Managing Up is not sucking up

August 1, 2011 by · View Comments 

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Managing up is not political game playing and it’s not sucking up.  It’s a conscious approach to working with your supervisor toward goals that are important to both of you and your organisation.

In many organisations decreasing resources and increasing expectations means that things are tough.  As well as the obvious physical and financial resources, time has become a even more scarce resource and you must accept this.

Digging out some old articles while preparing some workshop materials, it amazed me how many of them had people heading out for long lunches with the boss and applying softly, softly influencing techniques. Today’s climate requires something a bit more straight forward, so here are my current top 6 tips for Managing Up.

1) Understand your boss – Ask yourself:

  • What is my manager ultimately trying to accomplish and why?
  • What does she value most, both personally and professionally?
  • How do they like to communicate?

Frame all your communications around your answers to these questions.  Link your request to his or her goals, show how it meets with their needs and deliver the request in a style that works for them.

2) Don’t dump problems on his or her doorstep that you should be solving yourself – In the short-term this is often the easy option, long term it creates a business bottleneck that is bad for the organisation, your supervisor and you. Handle the problems that you’re paid to handle and enlist your boss for the stuff that requires his influence in the organisation.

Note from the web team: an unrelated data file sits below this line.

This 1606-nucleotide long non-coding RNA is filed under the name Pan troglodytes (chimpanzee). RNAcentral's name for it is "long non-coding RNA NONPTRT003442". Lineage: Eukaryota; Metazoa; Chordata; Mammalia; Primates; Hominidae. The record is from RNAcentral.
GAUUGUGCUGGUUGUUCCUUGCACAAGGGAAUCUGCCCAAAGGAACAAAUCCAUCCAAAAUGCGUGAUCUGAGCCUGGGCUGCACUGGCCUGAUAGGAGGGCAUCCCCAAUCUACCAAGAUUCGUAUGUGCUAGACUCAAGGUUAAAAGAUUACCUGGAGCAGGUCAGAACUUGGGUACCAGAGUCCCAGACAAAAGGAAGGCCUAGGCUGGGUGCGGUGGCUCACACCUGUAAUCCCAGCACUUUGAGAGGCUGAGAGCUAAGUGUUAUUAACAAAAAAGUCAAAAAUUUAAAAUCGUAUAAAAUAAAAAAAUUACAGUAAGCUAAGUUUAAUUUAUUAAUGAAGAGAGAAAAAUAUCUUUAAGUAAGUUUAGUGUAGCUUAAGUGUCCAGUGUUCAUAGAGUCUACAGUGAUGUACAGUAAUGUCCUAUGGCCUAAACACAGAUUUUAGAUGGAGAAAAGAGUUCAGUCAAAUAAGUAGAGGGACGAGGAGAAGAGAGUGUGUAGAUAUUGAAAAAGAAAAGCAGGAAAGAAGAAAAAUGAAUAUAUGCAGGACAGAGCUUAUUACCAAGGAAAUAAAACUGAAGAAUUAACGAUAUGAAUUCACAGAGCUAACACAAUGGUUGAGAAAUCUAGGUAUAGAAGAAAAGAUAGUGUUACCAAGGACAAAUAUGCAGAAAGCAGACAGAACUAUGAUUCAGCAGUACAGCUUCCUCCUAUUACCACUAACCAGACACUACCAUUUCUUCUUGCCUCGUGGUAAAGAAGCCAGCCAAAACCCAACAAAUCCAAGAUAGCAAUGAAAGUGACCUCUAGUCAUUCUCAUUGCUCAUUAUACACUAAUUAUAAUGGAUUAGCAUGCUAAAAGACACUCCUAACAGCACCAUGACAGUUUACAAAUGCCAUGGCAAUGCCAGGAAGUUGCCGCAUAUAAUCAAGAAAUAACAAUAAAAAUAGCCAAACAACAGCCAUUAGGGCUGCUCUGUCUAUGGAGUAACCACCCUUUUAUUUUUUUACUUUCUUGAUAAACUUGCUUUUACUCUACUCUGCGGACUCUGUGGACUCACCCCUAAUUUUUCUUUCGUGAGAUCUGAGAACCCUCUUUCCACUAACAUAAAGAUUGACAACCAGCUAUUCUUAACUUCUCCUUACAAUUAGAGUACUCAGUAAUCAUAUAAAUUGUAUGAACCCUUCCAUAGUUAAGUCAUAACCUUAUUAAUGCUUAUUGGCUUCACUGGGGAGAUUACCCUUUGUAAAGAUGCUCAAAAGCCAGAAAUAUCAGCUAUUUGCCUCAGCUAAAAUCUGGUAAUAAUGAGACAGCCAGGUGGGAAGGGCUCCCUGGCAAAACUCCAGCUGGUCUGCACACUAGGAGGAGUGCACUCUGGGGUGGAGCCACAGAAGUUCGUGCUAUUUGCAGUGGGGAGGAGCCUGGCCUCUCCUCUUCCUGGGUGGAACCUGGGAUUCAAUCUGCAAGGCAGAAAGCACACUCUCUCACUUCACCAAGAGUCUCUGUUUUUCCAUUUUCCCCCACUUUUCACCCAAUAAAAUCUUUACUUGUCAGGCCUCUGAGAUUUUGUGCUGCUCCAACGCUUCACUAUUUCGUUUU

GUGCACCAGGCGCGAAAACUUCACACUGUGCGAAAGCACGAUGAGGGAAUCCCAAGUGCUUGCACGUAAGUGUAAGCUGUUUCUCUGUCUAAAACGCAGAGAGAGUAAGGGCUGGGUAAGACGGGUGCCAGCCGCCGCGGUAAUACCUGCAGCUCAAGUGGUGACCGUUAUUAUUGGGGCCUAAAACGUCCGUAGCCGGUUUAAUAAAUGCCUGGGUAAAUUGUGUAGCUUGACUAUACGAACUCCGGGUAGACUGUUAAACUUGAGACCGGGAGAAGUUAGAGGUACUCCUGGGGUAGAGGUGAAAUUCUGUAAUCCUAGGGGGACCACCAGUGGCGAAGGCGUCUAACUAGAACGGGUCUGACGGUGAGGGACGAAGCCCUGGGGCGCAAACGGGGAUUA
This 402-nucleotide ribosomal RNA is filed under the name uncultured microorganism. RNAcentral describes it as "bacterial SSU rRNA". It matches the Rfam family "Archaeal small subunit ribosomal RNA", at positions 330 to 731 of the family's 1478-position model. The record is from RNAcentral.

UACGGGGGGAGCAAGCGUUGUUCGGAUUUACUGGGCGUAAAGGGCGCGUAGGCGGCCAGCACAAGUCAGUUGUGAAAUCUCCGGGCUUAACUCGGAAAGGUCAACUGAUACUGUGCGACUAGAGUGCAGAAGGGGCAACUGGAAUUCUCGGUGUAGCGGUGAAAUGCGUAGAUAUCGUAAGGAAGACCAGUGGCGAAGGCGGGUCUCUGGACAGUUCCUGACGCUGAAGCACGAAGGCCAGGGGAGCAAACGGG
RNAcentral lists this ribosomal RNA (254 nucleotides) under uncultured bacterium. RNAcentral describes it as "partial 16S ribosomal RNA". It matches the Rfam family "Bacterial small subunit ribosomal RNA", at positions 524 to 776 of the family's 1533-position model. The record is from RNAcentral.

3) Be specific about what you need - Whether it be money, resources, or some other form of assistance, be very specific about what you need, why you need it, and what will happen if you don’t get what you need.

4) Respect everyone’s time – Everyone is busy. Show up on time, come prepared to discuss whatever topics need discussing, and end the meeting on time.   As soon as you or your meetings are seen as a waste of time you’ll struggle to get their attention.

5) Present options - If the decision isn’t yours to take, present options with the consequences associated with each alternative.  Keep it objective and stick to the facts.  You might have an emotional connection or passion for one option but make it clear and factual why you think that is the right option.  Sometimes your recommendation isn’t the chosen option – if you have presented all the facts from the start move on confidently knowing you have done your bit.

6) No surprises (Good or Bad)- Admit mistakes…quickly

About Rob Priestley

Rob Priestley has written 13 articles on this blog.

Senior Consultant

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